Guest / Limited Access /
How Lewis Lit the Way to Better Apologetics

In the south transept of London's Westminster Abbey—where for a thousand years the kings and queens of England have been enthroned—sits a crowded collection of statues, plaques, and engraved flagstones. Geoffrey Chaucer, Alfred Lord Tennyson, and Charles Dickens are buried there; dozens more are commemorated there. On November 22, 2013, 50 years to the day after his death, C. S. Lewis will join them.

Poets' Corner may seem like an odd place for a writer whose poetry is largely overlooked (though his first two publications were volumes of verse, and Lewis's poetry is far better than many remember or realize). But you needn't be a poet to join Poets' Corner. Musicians like George Frideric Handel and actors like Laurence Olivier mingle with Tennyson and Chaucer. The Corner is devoted to poets in the older, deeper sense of the word. They are "makers" who assemble words (or musical notes or dramatic performances) for artistic ends.

In this older, deeper sense, there is no place Lewis more rightly belongs. Indeed, perhaps we should think of the celebrated Oxford novelist, literary critic, and apologist above all as a poet. For Lewis believed that knowledge itself was fundamentally poetic—that is to say, shaped by the imagination. And his poetic approach to commending and defending the Christian faith still lights the way for us today.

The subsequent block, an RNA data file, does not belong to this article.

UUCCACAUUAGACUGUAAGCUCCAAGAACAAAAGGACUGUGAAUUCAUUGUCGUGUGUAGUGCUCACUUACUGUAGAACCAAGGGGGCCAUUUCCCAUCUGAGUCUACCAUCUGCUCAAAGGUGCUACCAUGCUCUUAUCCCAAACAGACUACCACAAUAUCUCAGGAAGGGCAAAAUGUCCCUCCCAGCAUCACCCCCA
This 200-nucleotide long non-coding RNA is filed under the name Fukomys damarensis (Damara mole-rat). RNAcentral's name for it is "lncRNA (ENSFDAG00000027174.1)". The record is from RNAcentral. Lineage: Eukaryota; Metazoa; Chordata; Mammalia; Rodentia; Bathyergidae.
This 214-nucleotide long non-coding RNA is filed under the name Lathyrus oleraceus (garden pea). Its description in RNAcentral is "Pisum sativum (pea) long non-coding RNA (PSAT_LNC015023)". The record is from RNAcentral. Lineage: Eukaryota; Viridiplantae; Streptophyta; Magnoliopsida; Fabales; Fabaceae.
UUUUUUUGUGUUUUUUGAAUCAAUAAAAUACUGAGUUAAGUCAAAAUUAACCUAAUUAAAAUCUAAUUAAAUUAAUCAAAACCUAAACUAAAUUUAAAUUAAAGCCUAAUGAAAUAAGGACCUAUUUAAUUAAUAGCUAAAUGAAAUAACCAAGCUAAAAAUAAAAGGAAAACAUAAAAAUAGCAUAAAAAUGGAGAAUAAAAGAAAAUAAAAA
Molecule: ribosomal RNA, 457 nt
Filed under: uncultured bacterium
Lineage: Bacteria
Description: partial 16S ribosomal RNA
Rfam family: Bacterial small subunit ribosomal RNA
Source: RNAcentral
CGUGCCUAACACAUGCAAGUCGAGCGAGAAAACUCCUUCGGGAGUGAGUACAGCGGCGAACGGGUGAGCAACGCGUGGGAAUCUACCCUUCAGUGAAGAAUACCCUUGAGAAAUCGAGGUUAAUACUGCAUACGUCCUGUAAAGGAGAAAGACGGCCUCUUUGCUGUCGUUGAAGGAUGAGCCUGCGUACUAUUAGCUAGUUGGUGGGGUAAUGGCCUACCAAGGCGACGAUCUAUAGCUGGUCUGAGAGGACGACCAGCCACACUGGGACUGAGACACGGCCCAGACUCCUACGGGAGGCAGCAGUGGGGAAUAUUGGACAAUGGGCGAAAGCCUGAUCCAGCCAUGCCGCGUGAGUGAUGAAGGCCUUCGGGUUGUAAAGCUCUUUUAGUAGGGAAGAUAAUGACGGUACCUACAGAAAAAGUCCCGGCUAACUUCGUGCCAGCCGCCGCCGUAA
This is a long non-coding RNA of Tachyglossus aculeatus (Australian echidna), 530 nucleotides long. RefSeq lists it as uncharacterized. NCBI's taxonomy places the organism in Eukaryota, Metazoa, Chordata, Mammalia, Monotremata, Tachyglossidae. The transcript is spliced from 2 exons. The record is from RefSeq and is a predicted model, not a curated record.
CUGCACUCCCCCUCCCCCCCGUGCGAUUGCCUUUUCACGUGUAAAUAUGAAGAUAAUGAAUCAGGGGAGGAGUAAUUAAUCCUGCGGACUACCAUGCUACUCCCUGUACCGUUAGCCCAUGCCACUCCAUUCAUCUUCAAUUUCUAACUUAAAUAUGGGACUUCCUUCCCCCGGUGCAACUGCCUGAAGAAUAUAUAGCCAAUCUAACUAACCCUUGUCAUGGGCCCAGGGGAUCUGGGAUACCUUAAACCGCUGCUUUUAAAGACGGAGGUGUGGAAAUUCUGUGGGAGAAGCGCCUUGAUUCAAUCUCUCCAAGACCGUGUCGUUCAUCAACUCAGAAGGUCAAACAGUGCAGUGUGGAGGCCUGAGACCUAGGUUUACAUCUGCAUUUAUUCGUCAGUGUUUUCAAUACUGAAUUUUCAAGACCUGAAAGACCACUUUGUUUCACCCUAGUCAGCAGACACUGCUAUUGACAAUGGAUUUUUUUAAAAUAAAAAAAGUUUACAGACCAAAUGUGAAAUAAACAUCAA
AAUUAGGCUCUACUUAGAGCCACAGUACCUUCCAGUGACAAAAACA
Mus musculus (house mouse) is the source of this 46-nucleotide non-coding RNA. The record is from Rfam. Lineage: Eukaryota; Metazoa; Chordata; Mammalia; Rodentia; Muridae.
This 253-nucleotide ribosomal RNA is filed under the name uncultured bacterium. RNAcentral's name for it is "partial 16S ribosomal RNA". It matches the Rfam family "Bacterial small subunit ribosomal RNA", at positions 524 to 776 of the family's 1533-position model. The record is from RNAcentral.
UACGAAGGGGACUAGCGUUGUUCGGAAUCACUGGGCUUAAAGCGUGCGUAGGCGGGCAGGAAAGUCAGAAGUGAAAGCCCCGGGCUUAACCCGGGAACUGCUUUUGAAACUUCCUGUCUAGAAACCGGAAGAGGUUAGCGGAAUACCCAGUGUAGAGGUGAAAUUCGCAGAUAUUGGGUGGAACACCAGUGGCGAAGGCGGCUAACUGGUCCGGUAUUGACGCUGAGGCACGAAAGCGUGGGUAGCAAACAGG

Of course, everyone recognizes Lewis's great imaginative gifts. Often people will say that his great strength was his ability to present Christianity both rationally and imaginatively.

His rational approach is seen in The Abolition of Man,Miracles, and, at a more popular level, Mere Christianity. These works show Lewis's ability to ...

Subscriber access only You have reached the end of this Article Preview

To continue reading, subscribe now. Subscribers have full digital access.

From Issue:
Read These NextSee Our Latest
RecommendedOs Guinness: Welcome to the 'Grand Age of Apologetics'
Os Guinness: Welcome to the 'Grand Age of Apologetics'
With the era of 'Christian consensus' coming to a close, we have a fresh opportunity to make the gospel appealing.
TrendingMelinda Gates: ‘I’m Living Out My Faith in Action’
Melinda Gates: ‘I’m Living Out My Faith in Action’
One of the wealthiest and most controversial women in the world believes that all lives have equal value. She’s willing to spend $3.6 billion a year to prove her point.
Editor's PickMeet the Filmmaker Exposing Planned Parenthood
Meet the Filmmaker Exposing Planned Parenthood
How a 26-year-old founded the undercover operation to take down the abortion giant.
Comments
Christianity Today
How Lewis Lit the Way to Better Apologetics
hide thisNovember November

In the Magazine

November 2013

To continue reading, subscribe now for full print and digital access.